’"My brave Beauchamp, ­On with your mission, and never a summing of results in hand, nor thirst for prospects, nor counting upon harvests; for seed sown in faith day by day is the nightly harvest of the soul, and with the soul we work.  With the soul we see."’

Captain Baskelett intervened:  ’Ahem!  I beg to observe that this delectable rubbish is underlined by old Nevil’s pencil.’  He promised to do a little roaring whenever it occurred, and continued with ghastly false accentuation, an intermittent sprightliness and depression of tone in the wrong places.

’"The soul,” et caetera.  Here we are!

   “Desires to realize our gains are akin to the passion of usury;
   these are tricks of the usurer to grasp his gold in act and
   imagination.  Have none of them.  Work at the people!”
­At them, remark !

   “Moveless do they seem to you?  Why, so is the earth to the sowing
   husbandman, and though we cannot forecast a reaping season, we have
   in history durable testification that our seasons come in the souls
   of men, yea, as a planet that we have set in motion, and faster and
   faster are we spinning it, and firmer and firmer shall we set it to
   regularity of revolution.  That means life!”
­Shrapnel roars:  you will have Nevil in a minute.

“Recognize that now we have bare life; at best for the bulk of men the Saurian lizard’s broad back soaking and roasting in primeval slime; or say, in the so-called teachers of men, as much of life as pricks the frog in March to stir and yawn, and up on a flaccid leap that rolls him over some three inches nearer to the ditchwater besought by his instinct.”

‘I ask you, did you ever hear?  The flaccid frog!  But on we go.’

’"Professors, prophets, masters, each hitherto has had his creed and system to offer, good mayhap for the term; and each has put it forth for the truth everlasting, to drive the dagger to the heart of time, and put the axe to human growth! ­that one circle of wisdom issuing of the experience and needs of their day, should act the despot over all other circles for ever! ­so where at first light shone to light the yawning frog to his wet ditch, there, with the necessitated revolution of men’s minds in the course of ages, darkness radiates.”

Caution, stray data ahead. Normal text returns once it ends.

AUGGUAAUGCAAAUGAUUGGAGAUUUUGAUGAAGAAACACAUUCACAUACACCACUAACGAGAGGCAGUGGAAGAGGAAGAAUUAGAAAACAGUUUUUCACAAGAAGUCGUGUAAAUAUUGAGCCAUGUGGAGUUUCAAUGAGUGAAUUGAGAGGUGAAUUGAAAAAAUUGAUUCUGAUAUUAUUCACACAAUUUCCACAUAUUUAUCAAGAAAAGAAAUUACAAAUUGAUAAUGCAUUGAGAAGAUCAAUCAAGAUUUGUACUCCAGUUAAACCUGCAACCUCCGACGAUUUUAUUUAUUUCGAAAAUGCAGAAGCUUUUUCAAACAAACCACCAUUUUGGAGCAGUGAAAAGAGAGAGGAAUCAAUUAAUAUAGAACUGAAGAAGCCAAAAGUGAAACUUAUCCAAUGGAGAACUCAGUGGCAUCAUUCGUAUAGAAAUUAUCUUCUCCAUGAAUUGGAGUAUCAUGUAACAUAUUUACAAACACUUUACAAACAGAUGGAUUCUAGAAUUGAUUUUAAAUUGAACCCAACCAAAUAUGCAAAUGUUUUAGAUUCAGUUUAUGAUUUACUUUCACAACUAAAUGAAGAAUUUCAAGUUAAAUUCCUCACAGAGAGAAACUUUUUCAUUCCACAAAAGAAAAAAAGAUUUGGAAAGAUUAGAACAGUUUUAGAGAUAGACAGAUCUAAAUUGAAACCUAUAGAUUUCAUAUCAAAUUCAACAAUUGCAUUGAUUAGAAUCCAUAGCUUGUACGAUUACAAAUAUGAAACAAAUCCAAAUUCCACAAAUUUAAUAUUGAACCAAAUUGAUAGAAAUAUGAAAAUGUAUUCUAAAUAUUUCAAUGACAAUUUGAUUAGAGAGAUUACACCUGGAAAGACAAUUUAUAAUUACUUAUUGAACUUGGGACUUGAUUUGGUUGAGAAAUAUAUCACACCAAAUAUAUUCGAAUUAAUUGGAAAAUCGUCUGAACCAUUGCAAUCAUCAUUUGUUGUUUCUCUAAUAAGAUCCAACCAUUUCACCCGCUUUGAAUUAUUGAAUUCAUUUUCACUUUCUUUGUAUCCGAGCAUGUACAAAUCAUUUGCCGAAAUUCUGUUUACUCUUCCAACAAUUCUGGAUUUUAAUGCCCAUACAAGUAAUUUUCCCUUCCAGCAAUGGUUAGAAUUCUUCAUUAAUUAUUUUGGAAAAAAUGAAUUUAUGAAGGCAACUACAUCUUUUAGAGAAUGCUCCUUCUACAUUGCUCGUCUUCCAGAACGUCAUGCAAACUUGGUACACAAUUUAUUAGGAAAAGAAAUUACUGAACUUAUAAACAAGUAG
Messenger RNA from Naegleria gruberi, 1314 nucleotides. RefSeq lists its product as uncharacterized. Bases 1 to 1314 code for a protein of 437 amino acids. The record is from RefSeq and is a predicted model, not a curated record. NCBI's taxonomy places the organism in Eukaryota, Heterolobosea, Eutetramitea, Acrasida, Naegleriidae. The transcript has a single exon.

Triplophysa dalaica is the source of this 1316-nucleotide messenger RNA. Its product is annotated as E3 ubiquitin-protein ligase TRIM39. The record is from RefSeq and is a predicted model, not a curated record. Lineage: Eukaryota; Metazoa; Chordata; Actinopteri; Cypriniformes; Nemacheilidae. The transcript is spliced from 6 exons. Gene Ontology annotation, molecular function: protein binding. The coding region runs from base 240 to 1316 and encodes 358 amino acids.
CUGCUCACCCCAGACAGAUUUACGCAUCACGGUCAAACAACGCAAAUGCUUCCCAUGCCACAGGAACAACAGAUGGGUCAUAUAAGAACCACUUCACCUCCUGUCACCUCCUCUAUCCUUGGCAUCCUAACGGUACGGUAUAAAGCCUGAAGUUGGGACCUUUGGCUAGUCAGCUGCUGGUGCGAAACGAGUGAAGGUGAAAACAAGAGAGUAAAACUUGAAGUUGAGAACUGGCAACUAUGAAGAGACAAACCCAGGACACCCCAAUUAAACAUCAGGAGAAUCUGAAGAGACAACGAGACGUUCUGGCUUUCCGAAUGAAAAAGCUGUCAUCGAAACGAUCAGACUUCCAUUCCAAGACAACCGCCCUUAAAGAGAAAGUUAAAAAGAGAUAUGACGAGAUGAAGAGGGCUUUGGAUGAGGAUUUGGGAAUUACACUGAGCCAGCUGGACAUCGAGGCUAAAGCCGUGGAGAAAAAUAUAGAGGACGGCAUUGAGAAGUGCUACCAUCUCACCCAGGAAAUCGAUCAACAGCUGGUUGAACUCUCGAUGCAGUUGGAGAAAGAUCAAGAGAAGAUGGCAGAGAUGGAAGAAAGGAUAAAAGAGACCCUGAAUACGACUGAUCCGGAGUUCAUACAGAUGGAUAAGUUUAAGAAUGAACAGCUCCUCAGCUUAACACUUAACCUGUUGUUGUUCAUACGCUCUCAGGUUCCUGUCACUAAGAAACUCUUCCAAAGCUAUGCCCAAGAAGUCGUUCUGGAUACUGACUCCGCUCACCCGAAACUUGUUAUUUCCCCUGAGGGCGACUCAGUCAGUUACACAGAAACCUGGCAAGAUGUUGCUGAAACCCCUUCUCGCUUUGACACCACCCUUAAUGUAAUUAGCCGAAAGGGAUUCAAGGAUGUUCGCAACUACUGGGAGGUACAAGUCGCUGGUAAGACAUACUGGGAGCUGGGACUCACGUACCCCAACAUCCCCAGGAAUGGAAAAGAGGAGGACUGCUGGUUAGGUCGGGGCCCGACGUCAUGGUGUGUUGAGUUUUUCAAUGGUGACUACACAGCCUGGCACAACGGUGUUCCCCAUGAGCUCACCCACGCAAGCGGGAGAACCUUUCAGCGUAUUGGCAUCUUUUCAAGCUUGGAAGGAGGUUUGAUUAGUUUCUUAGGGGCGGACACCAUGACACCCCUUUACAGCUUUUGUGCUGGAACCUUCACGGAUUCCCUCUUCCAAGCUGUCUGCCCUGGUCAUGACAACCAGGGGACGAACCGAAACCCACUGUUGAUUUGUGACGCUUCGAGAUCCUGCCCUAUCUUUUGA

’That’s old Nevil.  Upon my honour, I haven’t a notion of what it all means, and I don’t believe the old rascal Shrapnel has himself.  And pray be patient, my dear colonel.  You will find him practical presently.  I’ll skip, if you tell me to.  Darkness radiates, does it!

’"The creed that rose in heaven sets below; and where we had an angel we have claw-feet and fangs.  Ask how that is!  The creed is much what it was when the followers diverged it from the Founder.  But humanity is not where it was when that creed was food and guidance.  Creeds will not die not fighting.  We cannot root them up out of us without blood.”

‘He threatens blood! ­’

’"Ours, my Beauchamp, is the belief that humanity advances beyond the limits of creeds, is to be tied to none.  We reverence the Master in his teachings; we behold the limits of him in his creed ­ and that is not his work.  We truly are his disciples, who see how far it was in him to do service; not they that made of his creed a strait-jacket for humanity.  So, in our prayers we dedicate the world to God, not calling him great for a title, no ­showing him we know him great in a limitless world, lord of a truth we tend to, have not grasped.  I say Prayer is good.  I counsel it to you again and again:  in joy, in sickness of heart.  The infidel will not pray; the creed-slave prays to the image in his box."’

‘I’ve had enough!’ Colonel Halkett ejaculated.

‘"We,"’ Captain Baskelett put out his hand for silence with an ineffable look of entreaty, for here was Shrapnel’s hypocrisy in full bloom: 

’"We make prayer a part of us, praying for no gifts, no interventions; through the faith in prayer opening the soul to the undiscerned.  And take this, my Beauchamp, for the good in prayer, that it makes us repose on the unknown with confidence, makes us flexible to change, makes us ready for revolution ­for life, then!  He who has the fountain of prayer in him will not complain of hazards.  Prayer is the recognition of laws; the soul’s exercise and source of strength; its thread of conjunction with them.  Prayer for an object is the cajolery of an idol; the resource of superstition.  There you misread it, Beauchamp.  We that fight the living world must have the universal for succour of the truth in it.  Cast forth the soul in prayer, you meet the effluence of the outer truth, you join with the creative elements giving breath to you; and that crust of habit which is the soul’s tomb; and custom, the soul’s tyrant; and pride, our volcano-peak that sinks us in a crater; and fear, which plucks the feathers from the wings of the soul and sits it naked and shivering in a vault, where the passing of a common hodman’s foot above sounds like the king of terrors coming, ­you are free of them, you live in the day and for the future, by this exercise and discipline of the soul’s faith.  Me it keeps young everlastingly, like the fountain of..."’